Chapter Two

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I was the first one on the plane, right after the pilot and the flight attendants. Probably because they'd finally figured out who I was. And because they could see the panic written all over my face.

As a near-recluse, I knew I was clueless about the ways of the everyday world, but not so out-of-touch to know first class on Virgin Atlantic wasn't so awful. The airline had dubbed it "Upper Class," which I found obnoxious in its classism. Still, it was more comfortable than coach, and as the flight attendant handed me a pair of packaged silk pajamas, I recalled these luxuries from when I had flown some years before.

There were two wide seats to a row, plenty of legroom and pre-flight cocktails. I stuffed the pajamas in the seat pocket, knowing I'd never be relaxed enough to doze off.

The attendant, a perky man with a shaved head and a diamond earring, rested his arms on the seatbacks. I was in the seat next to the window, so I could look out and make sure everything was okay during takeoff, landing, and in-between.

"You're afraid of flying? Well, don't be. This is a great route, usually a smooth flight. And the pilots are excellent. I'll take care of you. Would you care for champagne?"

I nodded while rolling the edges of my pashmina between my fingers. He'd told me his name, but I'd forgotten because my heart was pounding so fast. Had I remembered to touch the metal side of the plane with my pinky as I boarded? It was one of my rituals. Or had been, right before I stopped flying four years ago.

I was so scattered and scared I couldn't remember what I'd done only moments before. I pulled a Vogue magazine out of my bag and rested it on my thighs. Tightened my lap belt again and peered out the window.

"Well. Looks like we're seatmates."

I swiveled my head toward the aisle. It was the vulgar man from the security line. Involuntarily, I emitted a small groan. I used to be better at holding back my emotions. Now, not so much. Especially when a pig was about to sit next to me.

The man grinned in the direction of my chest, and I wished I hadn't worn a form-fitting black sweater. I'd thought I'd dressed inconspicuously in all black, an armor of sorts against the panic that was sure to come. I glanced down and spied a hint of cleavage. I yanked the V-neck of my sweater toward my collarbone.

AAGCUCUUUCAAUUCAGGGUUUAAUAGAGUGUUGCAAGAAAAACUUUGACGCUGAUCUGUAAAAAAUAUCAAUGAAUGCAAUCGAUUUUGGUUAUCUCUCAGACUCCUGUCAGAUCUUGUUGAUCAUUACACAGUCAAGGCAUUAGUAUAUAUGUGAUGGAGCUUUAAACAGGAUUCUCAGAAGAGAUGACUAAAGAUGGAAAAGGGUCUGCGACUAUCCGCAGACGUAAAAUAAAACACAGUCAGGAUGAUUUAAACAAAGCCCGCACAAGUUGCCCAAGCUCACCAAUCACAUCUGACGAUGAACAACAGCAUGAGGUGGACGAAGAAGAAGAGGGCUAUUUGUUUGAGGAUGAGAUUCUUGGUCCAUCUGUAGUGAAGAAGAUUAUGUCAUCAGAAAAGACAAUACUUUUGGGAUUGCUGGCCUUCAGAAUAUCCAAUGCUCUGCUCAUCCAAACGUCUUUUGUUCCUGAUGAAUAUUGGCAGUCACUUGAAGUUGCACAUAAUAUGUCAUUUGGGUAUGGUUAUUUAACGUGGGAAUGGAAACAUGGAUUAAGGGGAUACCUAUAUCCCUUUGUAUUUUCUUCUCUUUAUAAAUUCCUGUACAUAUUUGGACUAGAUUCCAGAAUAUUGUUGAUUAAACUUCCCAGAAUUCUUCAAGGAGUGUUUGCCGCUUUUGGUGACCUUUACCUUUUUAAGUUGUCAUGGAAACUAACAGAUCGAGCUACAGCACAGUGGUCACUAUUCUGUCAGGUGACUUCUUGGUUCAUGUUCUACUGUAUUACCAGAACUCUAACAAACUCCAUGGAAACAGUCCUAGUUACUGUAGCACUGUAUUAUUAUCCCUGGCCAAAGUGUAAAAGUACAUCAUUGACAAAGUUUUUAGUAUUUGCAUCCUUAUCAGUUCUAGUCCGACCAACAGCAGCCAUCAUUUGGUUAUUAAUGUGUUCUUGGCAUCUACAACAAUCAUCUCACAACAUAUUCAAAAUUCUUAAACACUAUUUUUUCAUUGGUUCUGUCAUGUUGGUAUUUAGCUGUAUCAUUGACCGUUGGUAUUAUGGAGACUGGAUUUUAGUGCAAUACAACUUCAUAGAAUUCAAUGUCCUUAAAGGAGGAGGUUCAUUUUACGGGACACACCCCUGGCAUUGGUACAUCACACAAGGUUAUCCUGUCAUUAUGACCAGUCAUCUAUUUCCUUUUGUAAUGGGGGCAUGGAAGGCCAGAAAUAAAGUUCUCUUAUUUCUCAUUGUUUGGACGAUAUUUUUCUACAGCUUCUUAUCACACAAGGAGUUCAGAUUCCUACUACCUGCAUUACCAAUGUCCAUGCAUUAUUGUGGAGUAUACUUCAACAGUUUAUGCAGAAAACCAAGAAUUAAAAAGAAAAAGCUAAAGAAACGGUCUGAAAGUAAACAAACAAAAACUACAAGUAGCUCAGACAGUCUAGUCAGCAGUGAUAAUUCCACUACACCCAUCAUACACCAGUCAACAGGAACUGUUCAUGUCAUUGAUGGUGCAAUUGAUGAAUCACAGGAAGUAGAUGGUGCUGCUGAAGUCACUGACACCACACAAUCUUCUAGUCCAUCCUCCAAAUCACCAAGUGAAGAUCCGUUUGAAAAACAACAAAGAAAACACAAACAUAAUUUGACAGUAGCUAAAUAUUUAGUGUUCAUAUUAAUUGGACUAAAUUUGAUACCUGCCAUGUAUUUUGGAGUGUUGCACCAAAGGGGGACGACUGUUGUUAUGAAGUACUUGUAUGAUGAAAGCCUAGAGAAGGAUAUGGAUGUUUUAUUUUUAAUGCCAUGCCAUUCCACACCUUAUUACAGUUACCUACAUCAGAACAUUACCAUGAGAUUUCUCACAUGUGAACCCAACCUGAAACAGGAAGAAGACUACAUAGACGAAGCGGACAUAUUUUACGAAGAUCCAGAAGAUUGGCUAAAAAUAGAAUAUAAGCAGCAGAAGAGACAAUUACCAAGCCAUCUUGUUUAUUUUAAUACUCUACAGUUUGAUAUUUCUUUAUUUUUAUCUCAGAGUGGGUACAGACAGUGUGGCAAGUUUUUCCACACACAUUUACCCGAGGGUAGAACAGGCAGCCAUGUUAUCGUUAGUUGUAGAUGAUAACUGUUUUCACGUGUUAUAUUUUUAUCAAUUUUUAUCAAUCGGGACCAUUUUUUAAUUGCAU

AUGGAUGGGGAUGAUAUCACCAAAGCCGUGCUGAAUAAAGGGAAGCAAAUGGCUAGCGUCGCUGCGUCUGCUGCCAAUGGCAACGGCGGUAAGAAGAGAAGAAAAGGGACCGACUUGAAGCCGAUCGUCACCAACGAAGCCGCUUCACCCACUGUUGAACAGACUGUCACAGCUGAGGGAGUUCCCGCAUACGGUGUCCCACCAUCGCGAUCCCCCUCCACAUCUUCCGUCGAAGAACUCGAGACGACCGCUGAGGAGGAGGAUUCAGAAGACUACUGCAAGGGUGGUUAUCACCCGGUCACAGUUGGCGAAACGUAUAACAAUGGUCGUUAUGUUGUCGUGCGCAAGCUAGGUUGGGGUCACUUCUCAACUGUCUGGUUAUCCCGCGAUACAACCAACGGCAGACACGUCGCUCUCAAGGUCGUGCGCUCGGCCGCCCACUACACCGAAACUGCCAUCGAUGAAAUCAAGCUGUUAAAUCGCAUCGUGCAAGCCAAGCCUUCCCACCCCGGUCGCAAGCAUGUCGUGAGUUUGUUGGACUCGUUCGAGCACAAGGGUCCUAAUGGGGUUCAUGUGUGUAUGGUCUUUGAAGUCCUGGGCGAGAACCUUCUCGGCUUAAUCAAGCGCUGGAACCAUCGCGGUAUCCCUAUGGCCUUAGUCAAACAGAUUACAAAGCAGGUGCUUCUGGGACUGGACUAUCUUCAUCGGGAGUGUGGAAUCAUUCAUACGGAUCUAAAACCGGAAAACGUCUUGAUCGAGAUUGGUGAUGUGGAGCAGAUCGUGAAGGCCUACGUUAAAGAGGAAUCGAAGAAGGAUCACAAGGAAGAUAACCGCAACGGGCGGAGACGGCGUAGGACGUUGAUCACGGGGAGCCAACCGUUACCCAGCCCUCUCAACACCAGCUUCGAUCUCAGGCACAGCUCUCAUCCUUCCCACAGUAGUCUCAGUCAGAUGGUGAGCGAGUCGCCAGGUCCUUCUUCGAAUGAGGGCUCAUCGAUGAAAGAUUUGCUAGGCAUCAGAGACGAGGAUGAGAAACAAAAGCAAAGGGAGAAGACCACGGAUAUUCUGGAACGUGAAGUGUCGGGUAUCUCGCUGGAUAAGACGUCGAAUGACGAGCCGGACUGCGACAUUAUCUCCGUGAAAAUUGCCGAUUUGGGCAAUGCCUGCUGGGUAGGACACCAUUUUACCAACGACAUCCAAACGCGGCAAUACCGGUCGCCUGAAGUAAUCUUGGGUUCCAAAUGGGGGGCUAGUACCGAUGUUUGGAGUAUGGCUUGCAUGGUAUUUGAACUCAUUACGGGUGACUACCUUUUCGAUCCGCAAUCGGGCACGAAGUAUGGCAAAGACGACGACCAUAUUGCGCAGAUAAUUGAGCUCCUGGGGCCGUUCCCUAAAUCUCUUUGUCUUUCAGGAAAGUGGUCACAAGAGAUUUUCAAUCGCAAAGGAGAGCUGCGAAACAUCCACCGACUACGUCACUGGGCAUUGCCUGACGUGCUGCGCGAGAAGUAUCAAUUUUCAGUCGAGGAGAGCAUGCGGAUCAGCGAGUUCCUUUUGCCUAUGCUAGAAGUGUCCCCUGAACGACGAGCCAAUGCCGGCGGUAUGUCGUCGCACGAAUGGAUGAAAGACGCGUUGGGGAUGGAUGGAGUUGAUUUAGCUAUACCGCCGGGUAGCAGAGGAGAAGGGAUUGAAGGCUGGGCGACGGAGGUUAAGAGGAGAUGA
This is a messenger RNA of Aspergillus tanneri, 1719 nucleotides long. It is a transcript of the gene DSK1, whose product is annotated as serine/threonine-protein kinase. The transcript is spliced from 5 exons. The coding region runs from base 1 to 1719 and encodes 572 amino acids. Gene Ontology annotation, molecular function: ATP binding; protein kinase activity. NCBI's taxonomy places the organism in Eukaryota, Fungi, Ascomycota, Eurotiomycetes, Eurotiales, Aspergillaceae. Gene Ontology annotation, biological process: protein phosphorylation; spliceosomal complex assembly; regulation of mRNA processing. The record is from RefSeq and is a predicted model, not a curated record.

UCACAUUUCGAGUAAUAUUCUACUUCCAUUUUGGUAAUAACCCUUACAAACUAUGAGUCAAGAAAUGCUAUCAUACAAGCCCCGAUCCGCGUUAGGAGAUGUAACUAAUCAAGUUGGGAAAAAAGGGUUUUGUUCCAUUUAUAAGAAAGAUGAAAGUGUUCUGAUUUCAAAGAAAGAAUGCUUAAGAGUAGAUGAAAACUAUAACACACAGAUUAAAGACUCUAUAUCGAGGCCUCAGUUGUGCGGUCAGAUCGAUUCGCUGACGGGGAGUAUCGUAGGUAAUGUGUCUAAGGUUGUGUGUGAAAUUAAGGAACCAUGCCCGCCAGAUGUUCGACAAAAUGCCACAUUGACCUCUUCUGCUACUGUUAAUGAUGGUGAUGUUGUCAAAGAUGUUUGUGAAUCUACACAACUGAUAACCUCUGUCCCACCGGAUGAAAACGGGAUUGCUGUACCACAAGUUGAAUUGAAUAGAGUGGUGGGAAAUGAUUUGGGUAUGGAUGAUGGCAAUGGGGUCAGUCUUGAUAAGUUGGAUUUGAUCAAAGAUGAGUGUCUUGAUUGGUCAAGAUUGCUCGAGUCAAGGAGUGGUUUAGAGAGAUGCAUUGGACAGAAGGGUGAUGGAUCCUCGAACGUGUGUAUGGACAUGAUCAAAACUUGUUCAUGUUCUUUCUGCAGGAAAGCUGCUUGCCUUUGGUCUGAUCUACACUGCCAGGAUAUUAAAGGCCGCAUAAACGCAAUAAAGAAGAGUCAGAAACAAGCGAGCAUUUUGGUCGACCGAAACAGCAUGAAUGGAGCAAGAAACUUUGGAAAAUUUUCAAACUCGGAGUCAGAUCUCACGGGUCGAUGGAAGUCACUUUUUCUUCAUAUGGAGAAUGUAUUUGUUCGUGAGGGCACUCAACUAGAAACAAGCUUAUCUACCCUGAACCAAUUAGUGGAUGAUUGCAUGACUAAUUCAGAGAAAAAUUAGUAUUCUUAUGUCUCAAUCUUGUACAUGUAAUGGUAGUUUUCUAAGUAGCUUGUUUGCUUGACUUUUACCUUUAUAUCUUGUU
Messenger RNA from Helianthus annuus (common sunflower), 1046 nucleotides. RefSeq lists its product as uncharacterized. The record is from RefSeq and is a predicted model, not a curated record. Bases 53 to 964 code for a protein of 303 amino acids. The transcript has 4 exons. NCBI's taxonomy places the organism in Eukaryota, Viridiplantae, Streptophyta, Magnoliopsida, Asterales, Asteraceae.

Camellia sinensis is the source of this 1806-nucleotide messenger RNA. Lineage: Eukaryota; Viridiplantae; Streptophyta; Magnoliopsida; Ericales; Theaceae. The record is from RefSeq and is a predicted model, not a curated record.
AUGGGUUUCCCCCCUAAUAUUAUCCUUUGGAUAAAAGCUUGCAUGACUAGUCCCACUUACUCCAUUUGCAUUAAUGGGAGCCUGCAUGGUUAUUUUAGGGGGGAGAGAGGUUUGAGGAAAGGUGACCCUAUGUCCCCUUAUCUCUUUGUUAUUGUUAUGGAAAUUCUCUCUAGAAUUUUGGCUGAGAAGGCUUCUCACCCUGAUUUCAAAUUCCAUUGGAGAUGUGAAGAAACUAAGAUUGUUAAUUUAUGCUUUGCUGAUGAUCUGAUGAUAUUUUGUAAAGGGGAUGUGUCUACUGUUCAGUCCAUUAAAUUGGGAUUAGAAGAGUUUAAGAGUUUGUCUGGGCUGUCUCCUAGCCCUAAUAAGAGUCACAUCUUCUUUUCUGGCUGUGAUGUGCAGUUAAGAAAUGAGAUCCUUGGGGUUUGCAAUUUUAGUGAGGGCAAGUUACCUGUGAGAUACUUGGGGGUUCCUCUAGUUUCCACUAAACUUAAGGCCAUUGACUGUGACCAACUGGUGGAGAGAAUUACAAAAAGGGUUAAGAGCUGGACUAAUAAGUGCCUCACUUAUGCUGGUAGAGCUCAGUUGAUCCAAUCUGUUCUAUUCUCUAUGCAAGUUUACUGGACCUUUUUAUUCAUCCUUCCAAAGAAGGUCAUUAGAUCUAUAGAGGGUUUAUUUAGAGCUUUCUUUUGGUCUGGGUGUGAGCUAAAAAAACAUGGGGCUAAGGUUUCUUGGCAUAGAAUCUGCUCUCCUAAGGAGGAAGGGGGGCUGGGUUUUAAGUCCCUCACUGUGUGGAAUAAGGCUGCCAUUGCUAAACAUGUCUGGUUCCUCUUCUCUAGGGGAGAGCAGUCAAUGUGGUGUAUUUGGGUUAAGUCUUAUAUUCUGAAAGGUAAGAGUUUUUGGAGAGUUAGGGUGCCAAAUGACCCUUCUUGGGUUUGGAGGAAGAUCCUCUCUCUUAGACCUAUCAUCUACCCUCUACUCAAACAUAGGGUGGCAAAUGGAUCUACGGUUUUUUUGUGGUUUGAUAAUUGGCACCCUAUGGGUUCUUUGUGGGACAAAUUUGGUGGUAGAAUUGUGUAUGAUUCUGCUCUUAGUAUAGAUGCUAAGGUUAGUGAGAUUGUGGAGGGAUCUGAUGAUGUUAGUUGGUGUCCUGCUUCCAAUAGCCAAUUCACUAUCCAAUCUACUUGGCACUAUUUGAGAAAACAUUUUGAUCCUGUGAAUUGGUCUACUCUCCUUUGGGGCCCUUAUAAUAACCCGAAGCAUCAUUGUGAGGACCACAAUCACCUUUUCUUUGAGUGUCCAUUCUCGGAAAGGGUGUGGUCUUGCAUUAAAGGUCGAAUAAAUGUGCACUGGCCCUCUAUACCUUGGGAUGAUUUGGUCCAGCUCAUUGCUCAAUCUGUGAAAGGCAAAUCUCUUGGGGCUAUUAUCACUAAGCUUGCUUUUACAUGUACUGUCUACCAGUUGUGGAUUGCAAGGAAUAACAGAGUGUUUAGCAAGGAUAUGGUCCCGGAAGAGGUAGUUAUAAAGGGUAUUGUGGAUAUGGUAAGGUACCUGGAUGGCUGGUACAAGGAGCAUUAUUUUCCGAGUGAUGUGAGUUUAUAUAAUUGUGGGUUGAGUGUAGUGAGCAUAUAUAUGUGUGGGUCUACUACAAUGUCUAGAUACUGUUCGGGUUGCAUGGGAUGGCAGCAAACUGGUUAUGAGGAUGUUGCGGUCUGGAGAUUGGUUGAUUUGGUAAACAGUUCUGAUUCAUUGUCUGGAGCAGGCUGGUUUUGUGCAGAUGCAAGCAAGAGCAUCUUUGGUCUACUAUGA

Ignoring the man, I thumbed through my magazine, and that's when the attendant returned with my champagne.

"I'll keep these coming for you," the attendant said. I unlocked my tray table, and he set the glass of bubbly in front of me.

"And for me, as well," my seatmate replied, shoving a briefcase into the overhead compartment. "This is going to be a great flight, right, girl?" His voice boomed through the cabin. Was he talking to me? I looked up. The man pointed a finger and thumb at me and cocked the thumb, like a gun. He made a clicking noise with his tongue. "Right, girl?"

Oh God. Oh God. Oh God.

I didn't respond. Eight hours next to this insufferable beast?

The man plopped next to me and pointed at my glass. A few beads of sweat had formed at his temples. "Dom or Moët? You look like a classy broad, flying in cashmere and pearls. Probably Moët." He snapped his fingers above his head, apparently trying to summon the attendant. I grabbed my glass and took a long gulp, closing my eyes as the sparkling liquid slid down my throat. This savage didn't even know Moët et Chandon produced the Dom Perignon vintage.

"Hey, you don't want to wait and toast with me—"

"Excuse me."

I opened my eyes when I heard the low buzz of another male voice. It was the blue-eyed man from the TSA line, standing over my awful seatmate.

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